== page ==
Now Microsoft, which helped lead that revolution, is trying to return us to that old, centralized control model.

    Forget that noise. If Microsoft continues on this course, soon your only real choices if you really want a “desktop” operating system will be Linux and macOS. Oh, you’ll still have “Windows.” But Windows as your “personal” desktop? It will be history.

Google: The Data Transfer Project, Fuchsia, Cirq, Chrome 69

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Google
  • The Data Transfer Project and the Hammer

    Got that? There are actually two conversions each time data passes back or forth: first from the proprietary API of Company A into the Data Model for that type of information, and then from the Data Model to the proprietary API of Company B. With the standards approach, Company A simply sends its data to Company B directly without the need for conversion even once, because both companies create and store data using the same format.

     

    Stated another way, using adapters is a band aid approach that allows proprietary vendors to continue to use proprietary technology to silo your data, while providing just enough mobility to users to permit them to tolerate the continuation of life as we know it and compliance with evolving regulations, such as the GDPR.

     

    In short, using an open source hammer treats the user as a nail. Using open standards would turn the user into a hammer, empowering her to use whatever vendor she wishes, and putting the maximum incentive on all vendors to compete on services, features and performance to earn the user’s continued business.

     

    I think we can all agree that users would rather be the hammer. We’ve all been the nail for far too long, and all it’s given us is headaches.

     

  • What is Fuchsia, and why should you care?

    But an operating system needs more than a name. And without Google telling us anything about its new project, we're left to piece together all the breadcrumbs the internet can find. Here is what we know so far.

  • Google Cirq: a Python Open Source Library for Quantum Computing

    Cirq aims to make it easier to write, manipulate, and optimize quantum algorithms for noisy intermediate scale quantum (NISQ) computers. Cirq also enables the execution of those programs on a local simulator and is designed to support future quantum hardware and quantum cloud processors.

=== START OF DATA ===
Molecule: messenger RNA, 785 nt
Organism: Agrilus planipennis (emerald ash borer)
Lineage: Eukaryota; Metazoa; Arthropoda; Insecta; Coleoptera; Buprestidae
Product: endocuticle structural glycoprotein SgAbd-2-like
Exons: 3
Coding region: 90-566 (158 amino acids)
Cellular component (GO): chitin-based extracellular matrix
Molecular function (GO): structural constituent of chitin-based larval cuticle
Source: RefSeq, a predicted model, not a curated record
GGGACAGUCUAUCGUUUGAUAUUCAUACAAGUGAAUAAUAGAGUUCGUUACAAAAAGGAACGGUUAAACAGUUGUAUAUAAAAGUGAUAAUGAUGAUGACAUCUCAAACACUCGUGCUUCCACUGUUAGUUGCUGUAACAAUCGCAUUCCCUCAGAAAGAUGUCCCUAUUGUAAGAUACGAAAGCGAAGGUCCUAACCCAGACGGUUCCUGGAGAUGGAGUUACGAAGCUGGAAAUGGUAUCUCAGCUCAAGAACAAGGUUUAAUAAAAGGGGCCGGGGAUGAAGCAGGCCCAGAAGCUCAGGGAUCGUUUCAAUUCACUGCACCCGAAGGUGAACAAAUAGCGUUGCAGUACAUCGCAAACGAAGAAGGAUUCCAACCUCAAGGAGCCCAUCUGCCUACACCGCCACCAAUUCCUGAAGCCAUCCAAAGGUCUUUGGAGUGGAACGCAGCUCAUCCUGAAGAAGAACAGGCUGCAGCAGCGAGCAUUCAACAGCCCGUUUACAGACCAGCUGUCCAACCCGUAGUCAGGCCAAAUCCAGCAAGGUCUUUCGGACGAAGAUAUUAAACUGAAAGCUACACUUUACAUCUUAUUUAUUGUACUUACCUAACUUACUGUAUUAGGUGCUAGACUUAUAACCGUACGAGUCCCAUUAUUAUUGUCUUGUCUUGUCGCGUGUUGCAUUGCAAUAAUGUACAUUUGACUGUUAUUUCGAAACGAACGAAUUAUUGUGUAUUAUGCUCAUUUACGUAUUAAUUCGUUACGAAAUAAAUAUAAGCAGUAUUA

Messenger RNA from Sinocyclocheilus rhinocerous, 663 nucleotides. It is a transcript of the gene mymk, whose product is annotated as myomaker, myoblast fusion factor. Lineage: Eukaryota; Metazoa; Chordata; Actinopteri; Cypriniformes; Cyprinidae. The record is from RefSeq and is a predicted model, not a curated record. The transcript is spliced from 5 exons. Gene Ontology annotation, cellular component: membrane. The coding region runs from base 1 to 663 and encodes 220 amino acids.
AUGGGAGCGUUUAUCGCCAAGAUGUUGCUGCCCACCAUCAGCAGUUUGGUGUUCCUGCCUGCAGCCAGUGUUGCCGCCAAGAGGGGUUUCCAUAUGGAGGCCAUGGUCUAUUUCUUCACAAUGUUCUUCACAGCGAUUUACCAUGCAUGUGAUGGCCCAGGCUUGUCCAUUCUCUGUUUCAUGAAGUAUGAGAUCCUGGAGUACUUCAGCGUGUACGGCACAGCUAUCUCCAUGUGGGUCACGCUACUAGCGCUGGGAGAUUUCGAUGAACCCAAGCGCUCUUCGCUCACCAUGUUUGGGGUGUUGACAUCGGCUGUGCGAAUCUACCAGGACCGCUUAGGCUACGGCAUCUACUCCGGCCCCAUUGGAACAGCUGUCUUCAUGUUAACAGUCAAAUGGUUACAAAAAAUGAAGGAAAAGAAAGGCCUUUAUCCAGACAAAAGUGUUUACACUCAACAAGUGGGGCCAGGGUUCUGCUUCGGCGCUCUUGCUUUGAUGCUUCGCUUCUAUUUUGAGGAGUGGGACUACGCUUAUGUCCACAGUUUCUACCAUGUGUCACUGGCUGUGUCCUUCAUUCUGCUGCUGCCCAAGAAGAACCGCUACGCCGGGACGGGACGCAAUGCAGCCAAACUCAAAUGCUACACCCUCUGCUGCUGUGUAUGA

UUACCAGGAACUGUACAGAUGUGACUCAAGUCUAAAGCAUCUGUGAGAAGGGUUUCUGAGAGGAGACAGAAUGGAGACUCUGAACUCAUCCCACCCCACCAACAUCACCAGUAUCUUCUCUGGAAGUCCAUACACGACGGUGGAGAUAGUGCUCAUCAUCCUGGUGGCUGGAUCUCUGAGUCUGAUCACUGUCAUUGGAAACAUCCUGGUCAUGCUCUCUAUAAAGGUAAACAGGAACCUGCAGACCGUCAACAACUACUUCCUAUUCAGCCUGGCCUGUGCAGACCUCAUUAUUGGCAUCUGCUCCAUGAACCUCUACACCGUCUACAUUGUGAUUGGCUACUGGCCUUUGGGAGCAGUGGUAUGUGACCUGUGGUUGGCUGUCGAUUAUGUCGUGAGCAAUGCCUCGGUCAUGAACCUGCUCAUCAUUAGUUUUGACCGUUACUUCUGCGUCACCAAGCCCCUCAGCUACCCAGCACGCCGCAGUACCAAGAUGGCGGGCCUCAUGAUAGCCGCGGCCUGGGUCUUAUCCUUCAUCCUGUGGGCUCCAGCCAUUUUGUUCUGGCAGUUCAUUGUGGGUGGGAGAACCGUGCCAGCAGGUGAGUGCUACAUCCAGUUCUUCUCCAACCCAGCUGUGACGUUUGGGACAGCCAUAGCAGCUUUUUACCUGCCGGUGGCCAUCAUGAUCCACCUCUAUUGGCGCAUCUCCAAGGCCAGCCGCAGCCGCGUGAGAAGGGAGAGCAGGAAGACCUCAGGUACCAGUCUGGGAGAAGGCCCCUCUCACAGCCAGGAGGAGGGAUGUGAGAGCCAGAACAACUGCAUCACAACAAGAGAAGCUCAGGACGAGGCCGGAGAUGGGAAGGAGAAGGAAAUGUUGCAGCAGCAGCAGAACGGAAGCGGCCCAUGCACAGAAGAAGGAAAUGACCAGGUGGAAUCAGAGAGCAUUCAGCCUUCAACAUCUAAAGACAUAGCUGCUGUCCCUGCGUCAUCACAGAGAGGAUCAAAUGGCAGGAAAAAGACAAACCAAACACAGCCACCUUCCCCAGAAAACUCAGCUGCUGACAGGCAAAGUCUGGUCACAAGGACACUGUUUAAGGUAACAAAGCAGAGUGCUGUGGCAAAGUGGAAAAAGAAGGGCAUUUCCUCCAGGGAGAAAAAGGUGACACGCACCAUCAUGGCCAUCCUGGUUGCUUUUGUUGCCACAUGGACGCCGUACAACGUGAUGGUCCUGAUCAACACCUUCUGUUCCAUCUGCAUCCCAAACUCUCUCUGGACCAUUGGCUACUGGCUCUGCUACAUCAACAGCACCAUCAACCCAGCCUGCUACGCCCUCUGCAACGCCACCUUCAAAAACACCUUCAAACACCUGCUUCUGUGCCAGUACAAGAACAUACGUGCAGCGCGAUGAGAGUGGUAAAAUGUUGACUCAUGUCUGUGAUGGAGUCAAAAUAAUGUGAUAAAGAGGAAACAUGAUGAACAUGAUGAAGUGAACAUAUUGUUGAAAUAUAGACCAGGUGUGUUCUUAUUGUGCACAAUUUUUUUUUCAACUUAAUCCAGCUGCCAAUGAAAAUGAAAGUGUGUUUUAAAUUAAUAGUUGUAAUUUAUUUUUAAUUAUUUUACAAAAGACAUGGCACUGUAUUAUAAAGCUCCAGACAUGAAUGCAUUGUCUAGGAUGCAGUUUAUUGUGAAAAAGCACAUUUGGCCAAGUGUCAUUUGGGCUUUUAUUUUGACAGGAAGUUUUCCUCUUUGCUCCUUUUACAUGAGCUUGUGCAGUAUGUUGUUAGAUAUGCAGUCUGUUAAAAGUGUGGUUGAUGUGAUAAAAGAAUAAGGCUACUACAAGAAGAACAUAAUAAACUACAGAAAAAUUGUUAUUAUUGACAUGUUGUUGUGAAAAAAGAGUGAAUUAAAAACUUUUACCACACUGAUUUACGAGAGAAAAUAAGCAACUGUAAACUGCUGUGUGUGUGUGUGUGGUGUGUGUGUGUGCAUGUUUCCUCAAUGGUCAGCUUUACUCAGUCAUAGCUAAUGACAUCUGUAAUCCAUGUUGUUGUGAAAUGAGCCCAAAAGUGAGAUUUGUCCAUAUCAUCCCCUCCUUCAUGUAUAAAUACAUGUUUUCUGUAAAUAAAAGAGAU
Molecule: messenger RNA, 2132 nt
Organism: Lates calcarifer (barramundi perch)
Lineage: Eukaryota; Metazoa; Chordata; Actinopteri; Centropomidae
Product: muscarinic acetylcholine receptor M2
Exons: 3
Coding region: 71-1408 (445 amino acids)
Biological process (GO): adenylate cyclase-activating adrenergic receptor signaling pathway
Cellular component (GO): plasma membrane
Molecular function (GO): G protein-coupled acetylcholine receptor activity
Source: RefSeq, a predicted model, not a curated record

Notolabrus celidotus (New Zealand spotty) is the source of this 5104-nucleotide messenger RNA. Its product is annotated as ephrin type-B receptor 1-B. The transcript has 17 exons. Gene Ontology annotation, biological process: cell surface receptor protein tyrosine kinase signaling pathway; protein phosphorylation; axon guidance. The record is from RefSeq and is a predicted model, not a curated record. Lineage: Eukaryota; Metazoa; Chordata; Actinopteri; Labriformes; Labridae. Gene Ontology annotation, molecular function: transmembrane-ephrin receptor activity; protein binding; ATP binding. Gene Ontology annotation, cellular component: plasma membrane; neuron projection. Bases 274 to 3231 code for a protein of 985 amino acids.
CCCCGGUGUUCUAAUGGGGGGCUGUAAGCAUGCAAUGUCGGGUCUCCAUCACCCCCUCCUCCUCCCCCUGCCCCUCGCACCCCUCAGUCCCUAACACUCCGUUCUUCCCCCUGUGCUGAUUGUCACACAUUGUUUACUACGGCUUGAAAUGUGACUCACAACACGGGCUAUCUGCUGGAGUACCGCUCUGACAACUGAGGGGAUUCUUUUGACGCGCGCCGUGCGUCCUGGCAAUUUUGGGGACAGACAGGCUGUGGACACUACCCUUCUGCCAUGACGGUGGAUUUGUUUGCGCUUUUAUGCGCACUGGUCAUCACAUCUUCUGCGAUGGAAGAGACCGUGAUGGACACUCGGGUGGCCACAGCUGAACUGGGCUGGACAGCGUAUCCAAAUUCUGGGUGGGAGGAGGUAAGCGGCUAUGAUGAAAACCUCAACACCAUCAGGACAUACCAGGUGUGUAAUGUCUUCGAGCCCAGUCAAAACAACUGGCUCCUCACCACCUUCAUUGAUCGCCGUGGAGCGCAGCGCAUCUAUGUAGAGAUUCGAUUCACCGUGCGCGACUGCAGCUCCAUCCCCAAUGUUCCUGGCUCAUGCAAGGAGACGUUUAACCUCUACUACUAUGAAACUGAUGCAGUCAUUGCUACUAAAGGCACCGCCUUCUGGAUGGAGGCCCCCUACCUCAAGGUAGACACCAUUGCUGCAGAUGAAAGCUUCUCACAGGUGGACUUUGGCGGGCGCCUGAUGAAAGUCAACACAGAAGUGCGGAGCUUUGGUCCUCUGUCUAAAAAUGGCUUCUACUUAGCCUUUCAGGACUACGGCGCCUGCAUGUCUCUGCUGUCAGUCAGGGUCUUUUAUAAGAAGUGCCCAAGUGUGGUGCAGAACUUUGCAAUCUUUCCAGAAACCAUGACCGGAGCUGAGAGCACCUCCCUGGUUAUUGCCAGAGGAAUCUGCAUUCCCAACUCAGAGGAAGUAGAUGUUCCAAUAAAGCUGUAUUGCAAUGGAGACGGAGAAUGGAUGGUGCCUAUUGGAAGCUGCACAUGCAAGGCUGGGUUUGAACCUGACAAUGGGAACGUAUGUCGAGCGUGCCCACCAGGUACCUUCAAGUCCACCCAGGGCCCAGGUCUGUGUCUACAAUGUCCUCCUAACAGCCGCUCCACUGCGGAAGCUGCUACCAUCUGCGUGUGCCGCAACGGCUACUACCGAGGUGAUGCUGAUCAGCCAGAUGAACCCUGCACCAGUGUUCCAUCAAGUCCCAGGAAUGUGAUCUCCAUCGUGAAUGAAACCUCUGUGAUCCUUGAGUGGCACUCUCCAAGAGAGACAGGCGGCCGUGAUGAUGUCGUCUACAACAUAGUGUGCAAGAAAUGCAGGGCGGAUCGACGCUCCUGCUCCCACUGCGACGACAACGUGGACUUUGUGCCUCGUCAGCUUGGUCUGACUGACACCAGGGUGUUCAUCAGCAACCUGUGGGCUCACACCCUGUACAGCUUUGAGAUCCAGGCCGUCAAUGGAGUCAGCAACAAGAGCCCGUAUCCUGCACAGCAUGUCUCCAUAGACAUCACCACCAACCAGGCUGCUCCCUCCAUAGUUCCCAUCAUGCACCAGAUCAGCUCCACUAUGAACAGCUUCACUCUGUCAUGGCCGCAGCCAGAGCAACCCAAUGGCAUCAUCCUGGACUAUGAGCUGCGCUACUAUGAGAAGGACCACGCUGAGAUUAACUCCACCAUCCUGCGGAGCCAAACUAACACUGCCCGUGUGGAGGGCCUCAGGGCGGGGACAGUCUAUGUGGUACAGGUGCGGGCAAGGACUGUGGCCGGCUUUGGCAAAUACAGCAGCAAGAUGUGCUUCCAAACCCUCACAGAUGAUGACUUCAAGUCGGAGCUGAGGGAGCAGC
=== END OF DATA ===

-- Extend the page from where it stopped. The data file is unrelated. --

Noisy intermediate scale quantum computers will be the first quantum computers that will become available in the near future and that have been announced by several companies, including Microsoft, Google, IBM, Intel, and others. Comprised of 50–100 qubits, NISQ computers aim to allows researchers to demonstrate quantum supremacy, although their usefulness will be limited by quantum gates noise and thus by the efficiency of error correction algorithms that will be designed.

  • Linux Apps on Chromebooks Could Hit Stable In Chrome 69

    It’s been a bit since we’ve talked about Linux apps on Chromebooks, but that doesn’t mean development has stopped. Actually, progress has been constantly moving forward with small tweaks and changes happening almost daily. The big changes, however, haven’t been as rapid-fire since I/O back in May, so news surrounding the Crostini project has been a bit quieter overall.

Google moves AndroidX to the Android Open Source Project

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Android
Google
OSS

Google is attempting to provide more transparency to developers by moving AndroidX, which was previously called the Android Support Library, to the public Android Open Source Project (AOSP). This move means that primary feature development and bug fixes will be completed in the open and changes will be visible.

AndroidX originally started off as a small set of libraries wtih the intent to provide backwards compatibility for new Android platform APIs, and as a result, its development was strictly tied to the platform. All work was done in internal Google branches and then pushed to the AOSP.

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Chromebooks/Chromecast Programs

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Google
  • The Best Photo Editors for Chromebooks

    One of the biggest question we see about Chromebooks is “can they run Photoshop?” The answer to that is no—at least not the full version you’ll find on other platforms. But that doesn’t mean they can’t do photo editing.

    And that’s really the key here: knowing when you need Photoshop versus when you just need something to edit photos. There are some powerful tools available for Chromebooks—perhaps not quite as powerful as Photoshop, but they can get pretty dang close for most uses.

  • How To Connect Your Chromecast To VLC?

Google 'Cloudwashing' (Other Buzzwords Also) and Kubernetes

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Server
Google
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More in Tux Machines

Programming: Django, PHP, Polonius and More

  • Django 2.2 alpha 1 released
    Django 2.2 alpha 1 is now available. It represents the first stage in the 2.2 release cycle and is an opportunity for you to try out the changes coming in Django 2.2. Django 2.2 has a salmagundi of new features which you can read about in the in-development 2.2 release notes.
  • Eliminating PHP polyfills